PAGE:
A rendering of the 3D book in the shape of Einstein's bust. A rendering of the 3D book in the shape of Einstein's bust. A rendering of the 3D book in the shape of Einstein's bust. (Photo: Courtesy photo)

What's inside the 3D book in the shape of Einstein's head

Finished product will include essays about the future from 100 modern-day visionaries.

Canadian astronaut Chris Hadfield spent about six months living in outer space, floating around weightless. So it's quite appropriate that a guy who lived without gravity would be honoring the founder of the theory of relativity.

The space man will be the first contributor to a special book honoring the legendary physicist Albert Einstein. He will join 100 modern-day icons who will share their visions of the future in what is being billed as the world's first-ever 3D-printed book.

"Albert Einstein was a brilliant scientist and a passionate human being," Hadfield said. "He helped us to understand our universe in a new, clearer way, and I'm excited to help celebrate both his accomplishments and how he inspires us all."

Hadfield won the hearts of people all across the globe while he lived aboard the International Space Station and posted images to Twitter and videos to YouTube. His David Bowie tribute video garnered more than 30 million views.

In addition to Hadfield, four other contributors were also announced: environmentalist David Suzuki, Paralympian Rick Hansen, Olympic speed skater Johann Olab Koss and Cirque du Soleil founder Guy Laliberté. The book's publisher also hopes to include visionaries like Mark Zuckerberg, Bill Gates, J.K. Rowling and Elon Musk. The book – which will be titled "Genius: 100 Visions of the Future" – is the brainchild of Hebrew University in Jerusalem, a school Einstein helped establish and where his archives are kept.

When completed, the 3D book will actually be in the shape of Einstein's head. The publication is expected to coincide with a gala event one year from this week – on Sept. 9, 2017 – called the Dinner of the Century, which will gather leaders from the sciences and humanities at the Smithsonian Institution.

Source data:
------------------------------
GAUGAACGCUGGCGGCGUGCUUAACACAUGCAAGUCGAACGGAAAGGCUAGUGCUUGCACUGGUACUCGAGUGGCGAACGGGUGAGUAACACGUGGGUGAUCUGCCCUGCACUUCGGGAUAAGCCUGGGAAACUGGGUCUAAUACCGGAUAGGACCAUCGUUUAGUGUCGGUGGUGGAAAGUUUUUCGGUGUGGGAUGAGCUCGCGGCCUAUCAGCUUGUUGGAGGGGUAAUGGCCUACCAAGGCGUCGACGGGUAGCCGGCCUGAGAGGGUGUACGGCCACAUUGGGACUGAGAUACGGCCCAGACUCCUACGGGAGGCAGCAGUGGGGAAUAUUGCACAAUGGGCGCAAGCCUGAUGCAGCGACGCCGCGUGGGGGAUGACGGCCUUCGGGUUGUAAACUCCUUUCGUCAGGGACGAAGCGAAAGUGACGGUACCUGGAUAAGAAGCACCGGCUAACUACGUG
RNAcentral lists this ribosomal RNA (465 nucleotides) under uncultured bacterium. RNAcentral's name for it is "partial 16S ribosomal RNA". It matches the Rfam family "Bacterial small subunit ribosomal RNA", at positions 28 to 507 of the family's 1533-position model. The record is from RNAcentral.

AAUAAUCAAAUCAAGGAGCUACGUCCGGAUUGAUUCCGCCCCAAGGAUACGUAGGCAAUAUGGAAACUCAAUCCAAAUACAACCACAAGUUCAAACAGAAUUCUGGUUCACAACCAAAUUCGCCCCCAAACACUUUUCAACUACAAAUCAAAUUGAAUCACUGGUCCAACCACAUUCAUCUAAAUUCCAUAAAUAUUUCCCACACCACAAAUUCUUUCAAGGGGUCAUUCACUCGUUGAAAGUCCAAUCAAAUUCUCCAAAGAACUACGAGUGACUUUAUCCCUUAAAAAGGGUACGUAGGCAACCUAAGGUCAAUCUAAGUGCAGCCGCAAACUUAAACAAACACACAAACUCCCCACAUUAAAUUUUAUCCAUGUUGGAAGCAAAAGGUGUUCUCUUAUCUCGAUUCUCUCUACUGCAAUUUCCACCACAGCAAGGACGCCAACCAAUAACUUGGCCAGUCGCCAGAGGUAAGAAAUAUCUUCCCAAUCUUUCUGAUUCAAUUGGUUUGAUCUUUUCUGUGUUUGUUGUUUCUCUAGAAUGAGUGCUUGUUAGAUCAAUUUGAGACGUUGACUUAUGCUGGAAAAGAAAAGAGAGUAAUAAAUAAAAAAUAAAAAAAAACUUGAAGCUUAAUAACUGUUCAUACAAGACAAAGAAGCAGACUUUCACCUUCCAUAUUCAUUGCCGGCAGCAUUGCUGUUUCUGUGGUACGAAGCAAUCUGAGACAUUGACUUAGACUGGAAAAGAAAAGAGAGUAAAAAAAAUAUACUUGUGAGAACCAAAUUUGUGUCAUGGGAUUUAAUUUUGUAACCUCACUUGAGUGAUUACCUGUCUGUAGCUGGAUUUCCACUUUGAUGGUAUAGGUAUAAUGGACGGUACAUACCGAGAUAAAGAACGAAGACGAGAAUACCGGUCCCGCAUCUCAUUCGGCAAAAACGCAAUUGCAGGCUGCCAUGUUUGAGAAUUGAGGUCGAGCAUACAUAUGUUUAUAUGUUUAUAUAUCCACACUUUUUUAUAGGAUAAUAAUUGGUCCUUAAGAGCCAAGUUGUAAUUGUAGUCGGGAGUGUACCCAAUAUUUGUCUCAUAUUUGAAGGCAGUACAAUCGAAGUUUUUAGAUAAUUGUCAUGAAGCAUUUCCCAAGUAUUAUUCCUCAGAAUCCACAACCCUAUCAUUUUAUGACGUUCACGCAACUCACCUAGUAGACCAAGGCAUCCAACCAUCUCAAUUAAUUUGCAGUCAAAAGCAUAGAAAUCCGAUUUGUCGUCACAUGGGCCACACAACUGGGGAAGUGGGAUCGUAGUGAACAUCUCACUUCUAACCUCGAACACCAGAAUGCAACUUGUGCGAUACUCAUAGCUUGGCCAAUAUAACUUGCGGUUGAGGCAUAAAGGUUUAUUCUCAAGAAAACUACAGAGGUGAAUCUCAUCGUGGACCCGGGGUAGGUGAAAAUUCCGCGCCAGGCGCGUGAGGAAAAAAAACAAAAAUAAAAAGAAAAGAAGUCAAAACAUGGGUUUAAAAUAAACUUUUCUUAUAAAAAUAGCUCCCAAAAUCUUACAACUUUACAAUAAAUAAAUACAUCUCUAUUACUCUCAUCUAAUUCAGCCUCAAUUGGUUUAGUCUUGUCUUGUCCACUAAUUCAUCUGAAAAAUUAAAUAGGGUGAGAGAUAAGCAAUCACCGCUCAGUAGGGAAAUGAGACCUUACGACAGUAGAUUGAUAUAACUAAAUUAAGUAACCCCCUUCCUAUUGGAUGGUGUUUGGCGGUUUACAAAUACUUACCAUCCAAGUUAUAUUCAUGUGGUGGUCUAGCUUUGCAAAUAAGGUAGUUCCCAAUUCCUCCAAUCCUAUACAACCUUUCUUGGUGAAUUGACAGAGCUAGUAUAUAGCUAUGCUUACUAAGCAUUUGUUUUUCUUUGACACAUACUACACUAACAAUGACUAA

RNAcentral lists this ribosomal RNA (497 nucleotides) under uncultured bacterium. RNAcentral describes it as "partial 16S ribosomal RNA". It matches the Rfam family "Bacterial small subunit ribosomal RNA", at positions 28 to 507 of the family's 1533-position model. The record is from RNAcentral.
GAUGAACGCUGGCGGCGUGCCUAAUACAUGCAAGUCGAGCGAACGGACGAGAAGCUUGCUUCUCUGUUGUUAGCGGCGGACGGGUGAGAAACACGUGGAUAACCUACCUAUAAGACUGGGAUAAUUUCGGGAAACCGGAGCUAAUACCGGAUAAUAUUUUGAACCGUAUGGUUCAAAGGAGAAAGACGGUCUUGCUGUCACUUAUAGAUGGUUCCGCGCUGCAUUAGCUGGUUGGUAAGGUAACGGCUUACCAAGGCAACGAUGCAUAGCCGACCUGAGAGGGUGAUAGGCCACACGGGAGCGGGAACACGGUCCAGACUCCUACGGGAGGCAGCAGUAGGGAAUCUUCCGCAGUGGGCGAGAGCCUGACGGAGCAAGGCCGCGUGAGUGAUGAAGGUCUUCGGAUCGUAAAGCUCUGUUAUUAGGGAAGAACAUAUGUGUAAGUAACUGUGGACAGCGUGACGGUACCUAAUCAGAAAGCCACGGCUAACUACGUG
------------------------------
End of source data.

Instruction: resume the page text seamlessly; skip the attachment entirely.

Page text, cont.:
Israeli designer Ron Arad, whose glasses are one of Oprah's favorite things, has been tasked with designing the book, which will be available in limited edition. An estimated 500 copies will be produced, with the proceeds going to charity. Also known for wearing quirky hats, Arad's award-winning design items include furniture made from old car parts, unconventional bicycles and even a leading design museum in Israel that changes color as its metallic surface rusts.

"When I began designing this book, I thought, we are dealing with the Einstein legacy – let's do something that's relatively new," Arad said. "That led to the creation of this book, where the two-dimensional pages form a three-dimensional portrait. I wanted the design of this book to reflect the legacy of Albert Einstein and I think the honor of the world's first 3D-printed book is suited to nobody better than one of history's greatest minds."

Professor Hanoch Gutfreund, the academic director of the Albert Einstein Archives at Hebrew University, sees this collaborative project as in tune with Einstein's thinking. "There is this perception that Einstein was a genius working alone, and discovering everything. That's not true," he told From The Grapevine from his home in Israel. "There was a whole community. He corresponded with dozens of great researchers, great minds. He made many mistakes. Many of his colleagues corrected him, but he was a leader. He was kind of an inspiration for everybody."

Rami Kleinmann is the President and CEO of the Canadian Friends of The Hebrew University, a group that's helping spearhead the new 3D project, timed to coincide with the 100th anniversary of Einstein's theory of relativity. "Everybody talks about out-of-the-box thinking. Everybody talks about creativity. Everybody is talking about innovation," Kleinmann told us. "We've finally reached the era of Albert Einstein. We've just been 100 years behind him. If he were alive today, I'm sure that he would be 100 years ahead of us again."

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